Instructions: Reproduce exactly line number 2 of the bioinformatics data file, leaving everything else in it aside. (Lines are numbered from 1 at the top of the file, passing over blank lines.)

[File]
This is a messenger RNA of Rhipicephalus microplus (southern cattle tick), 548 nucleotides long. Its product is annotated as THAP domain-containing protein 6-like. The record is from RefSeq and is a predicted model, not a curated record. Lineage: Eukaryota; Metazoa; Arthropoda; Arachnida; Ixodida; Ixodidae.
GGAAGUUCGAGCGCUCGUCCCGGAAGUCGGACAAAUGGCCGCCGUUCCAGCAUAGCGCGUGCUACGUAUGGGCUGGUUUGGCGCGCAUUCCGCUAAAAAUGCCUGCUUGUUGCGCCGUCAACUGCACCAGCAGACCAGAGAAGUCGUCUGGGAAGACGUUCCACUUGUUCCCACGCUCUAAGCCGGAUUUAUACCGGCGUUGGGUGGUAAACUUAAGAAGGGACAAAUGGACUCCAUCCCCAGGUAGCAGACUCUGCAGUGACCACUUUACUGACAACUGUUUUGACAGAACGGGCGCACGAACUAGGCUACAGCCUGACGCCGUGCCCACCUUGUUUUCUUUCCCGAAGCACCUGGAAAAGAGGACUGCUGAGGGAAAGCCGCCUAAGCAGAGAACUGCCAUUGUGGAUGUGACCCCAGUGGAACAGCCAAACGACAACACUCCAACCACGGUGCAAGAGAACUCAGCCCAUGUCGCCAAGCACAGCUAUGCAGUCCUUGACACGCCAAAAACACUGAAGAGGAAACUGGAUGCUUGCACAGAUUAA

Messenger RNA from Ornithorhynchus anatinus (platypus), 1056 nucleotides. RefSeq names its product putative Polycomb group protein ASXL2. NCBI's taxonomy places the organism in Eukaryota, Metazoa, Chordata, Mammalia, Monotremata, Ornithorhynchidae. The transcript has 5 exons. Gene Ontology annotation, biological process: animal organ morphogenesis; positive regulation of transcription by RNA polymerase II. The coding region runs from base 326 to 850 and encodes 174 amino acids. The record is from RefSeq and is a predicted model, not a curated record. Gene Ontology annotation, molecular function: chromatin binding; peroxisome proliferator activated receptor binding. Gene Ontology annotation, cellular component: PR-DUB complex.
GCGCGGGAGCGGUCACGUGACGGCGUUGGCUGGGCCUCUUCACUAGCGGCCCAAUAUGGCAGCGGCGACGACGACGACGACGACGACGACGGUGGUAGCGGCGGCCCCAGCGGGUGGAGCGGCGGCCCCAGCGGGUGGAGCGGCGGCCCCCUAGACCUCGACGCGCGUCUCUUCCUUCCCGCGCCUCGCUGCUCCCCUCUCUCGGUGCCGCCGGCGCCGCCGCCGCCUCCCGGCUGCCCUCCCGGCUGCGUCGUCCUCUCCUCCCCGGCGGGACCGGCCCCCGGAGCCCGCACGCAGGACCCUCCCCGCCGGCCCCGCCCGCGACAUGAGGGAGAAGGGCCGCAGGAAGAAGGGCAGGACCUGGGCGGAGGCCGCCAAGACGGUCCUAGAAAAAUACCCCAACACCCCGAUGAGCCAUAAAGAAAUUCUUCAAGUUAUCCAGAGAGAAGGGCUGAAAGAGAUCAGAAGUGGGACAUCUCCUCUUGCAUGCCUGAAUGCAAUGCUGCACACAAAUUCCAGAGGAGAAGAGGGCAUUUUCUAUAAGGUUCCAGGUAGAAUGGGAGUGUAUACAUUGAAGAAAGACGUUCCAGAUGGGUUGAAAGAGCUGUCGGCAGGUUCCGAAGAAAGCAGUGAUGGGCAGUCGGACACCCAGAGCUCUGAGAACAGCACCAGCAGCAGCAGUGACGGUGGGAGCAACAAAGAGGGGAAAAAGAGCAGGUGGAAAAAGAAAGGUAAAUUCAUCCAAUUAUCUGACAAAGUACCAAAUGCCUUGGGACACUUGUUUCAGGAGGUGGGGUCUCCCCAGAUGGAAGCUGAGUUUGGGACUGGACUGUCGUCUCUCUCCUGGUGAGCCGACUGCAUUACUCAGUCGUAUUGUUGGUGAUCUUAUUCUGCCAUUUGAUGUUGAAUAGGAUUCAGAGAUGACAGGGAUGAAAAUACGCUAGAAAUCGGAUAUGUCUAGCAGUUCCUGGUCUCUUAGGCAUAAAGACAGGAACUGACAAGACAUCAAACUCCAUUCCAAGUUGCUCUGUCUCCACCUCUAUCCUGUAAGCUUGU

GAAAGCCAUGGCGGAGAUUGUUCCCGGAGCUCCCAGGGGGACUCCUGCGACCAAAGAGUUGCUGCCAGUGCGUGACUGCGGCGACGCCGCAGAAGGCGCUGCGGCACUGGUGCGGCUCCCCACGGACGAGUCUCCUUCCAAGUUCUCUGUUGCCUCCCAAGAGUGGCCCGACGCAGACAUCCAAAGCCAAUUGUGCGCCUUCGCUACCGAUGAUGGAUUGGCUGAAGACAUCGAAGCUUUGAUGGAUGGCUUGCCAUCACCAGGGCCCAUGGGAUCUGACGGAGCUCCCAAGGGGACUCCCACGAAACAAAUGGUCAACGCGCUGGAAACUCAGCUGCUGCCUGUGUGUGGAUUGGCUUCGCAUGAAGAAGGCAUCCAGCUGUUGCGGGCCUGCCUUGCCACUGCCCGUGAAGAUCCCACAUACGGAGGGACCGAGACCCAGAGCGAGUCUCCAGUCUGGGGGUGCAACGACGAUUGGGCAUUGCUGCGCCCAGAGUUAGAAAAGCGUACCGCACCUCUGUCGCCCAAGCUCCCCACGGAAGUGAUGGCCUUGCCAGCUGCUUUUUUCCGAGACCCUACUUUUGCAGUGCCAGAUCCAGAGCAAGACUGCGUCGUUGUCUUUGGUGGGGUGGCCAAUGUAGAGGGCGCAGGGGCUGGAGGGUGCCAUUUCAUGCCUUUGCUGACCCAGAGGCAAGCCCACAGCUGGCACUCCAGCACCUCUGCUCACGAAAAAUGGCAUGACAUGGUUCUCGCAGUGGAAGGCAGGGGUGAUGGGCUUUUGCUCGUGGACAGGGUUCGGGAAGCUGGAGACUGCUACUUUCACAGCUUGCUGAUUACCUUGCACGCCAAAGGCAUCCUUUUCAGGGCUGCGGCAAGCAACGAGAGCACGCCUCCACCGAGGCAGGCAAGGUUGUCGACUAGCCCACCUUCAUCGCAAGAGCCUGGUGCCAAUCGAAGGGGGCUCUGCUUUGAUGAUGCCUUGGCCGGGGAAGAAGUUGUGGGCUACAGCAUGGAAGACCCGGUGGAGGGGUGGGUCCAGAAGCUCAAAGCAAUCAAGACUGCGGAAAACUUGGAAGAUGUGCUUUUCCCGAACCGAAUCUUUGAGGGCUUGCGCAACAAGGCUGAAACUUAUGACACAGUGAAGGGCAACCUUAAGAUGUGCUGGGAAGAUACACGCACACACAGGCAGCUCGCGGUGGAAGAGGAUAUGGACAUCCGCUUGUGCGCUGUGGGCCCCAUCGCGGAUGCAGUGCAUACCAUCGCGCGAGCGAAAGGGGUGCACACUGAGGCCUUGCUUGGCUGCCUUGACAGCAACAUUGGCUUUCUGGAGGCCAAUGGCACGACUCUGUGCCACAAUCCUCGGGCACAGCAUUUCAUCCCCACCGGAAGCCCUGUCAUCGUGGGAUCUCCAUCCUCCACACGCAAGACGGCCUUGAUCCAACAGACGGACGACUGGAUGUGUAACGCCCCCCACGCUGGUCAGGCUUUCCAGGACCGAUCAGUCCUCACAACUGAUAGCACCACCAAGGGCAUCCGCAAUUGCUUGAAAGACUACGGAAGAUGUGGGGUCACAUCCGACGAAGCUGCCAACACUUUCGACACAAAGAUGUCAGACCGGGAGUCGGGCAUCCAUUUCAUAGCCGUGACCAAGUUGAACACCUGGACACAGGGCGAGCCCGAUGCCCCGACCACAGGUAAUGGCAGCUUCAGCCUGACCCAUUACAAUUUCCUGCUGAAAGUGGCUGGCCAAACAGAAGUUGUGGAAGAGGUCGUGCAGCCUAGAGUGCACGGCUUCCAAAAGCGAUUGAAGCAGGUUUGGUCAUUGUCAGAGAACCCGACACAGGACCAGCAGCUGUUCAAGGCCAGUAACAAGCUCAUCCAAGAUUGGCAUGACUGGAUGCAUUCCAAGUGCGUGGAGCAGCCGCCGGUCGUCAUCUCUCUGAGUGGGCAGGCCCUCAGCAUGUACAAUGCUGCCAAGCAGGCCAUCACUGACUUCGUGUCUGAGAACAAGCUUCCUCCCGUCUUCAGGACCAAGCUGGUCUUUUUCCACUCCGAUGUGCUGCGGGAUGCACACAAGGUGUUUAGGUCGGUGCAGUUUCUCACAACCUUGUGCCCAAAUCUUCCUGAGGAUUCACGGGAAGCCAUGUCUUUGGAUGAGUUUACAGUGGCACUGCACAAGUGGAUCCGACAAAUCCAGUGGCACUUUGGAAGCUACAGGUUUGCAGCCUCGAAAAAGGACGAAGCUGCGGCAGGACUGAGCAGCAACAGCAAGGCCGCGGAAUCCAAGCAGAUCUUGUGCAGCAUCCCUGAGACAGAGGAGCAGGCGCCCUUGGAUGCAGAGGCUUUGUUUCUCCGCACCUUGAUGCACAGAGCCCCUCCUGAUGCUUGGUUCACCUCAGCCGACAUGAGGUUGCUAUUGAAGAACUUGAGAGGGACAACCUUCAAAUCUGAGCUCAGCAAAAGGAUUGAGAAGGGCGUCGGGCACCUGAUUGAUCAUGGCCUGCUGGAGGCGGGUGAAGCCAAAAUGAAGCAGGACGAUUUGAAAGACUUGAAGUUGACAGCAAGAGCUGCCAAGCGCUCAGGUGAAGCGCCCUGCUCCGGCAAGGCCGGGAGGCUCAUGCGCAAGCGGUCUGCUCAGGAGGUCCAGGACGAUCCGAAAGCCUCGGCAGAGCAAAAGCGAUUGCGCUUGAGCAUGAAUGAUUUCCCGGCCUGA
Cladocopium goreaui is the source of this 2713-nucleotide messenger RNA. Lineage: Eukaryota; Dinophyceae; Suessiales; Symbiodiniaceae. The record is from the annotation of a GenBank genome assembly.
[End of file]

GGAAGUUCGAGCGCUCGUCCCGGAAGUCGGACAAAUGGCCGCCGUUCCAGCAUAGCGCGUGCUACGUAUGGGCUGGUUUGGCGCGCAUUCCGCUAAAAAUGCCUGCUUGUUGCGCCGUCAACUGCACCAGCAGACCAGAGAAGUCGUCUGGGAAGACGUUCCACUUGUUCCCACGCUCUAAGCCGGAUUUAUACCGGCGUUGGGUGGUAAACUUAAGAAGGGACAAAUGGACUCCAUCCCCAGGUAGCAGACUCUGCAGUGACCACUUUACUGACAACUGUUUUGACAGAACGGGCGCACGAACUAGGCUACAGCCUGACGCCGUGCCCACCUUGUUUUCUUUCCCGAAGCACCUGGAAAAGAGGACUGCUGAGGGAAAGCCGCCUAAGCAGAGAACUGCCAUUGUGGAUGUGACCCCAGUGGAACAGCCAAACGACAACACUCCAACCACGGUGCAAGAGAACUCAGCCCAUGUCGCCAAGCACAGCUAUGCAGUCCUUGACACGCCAAAAACACUGAAGAGGAAACUGGAUGCUUGCACAGAUUAA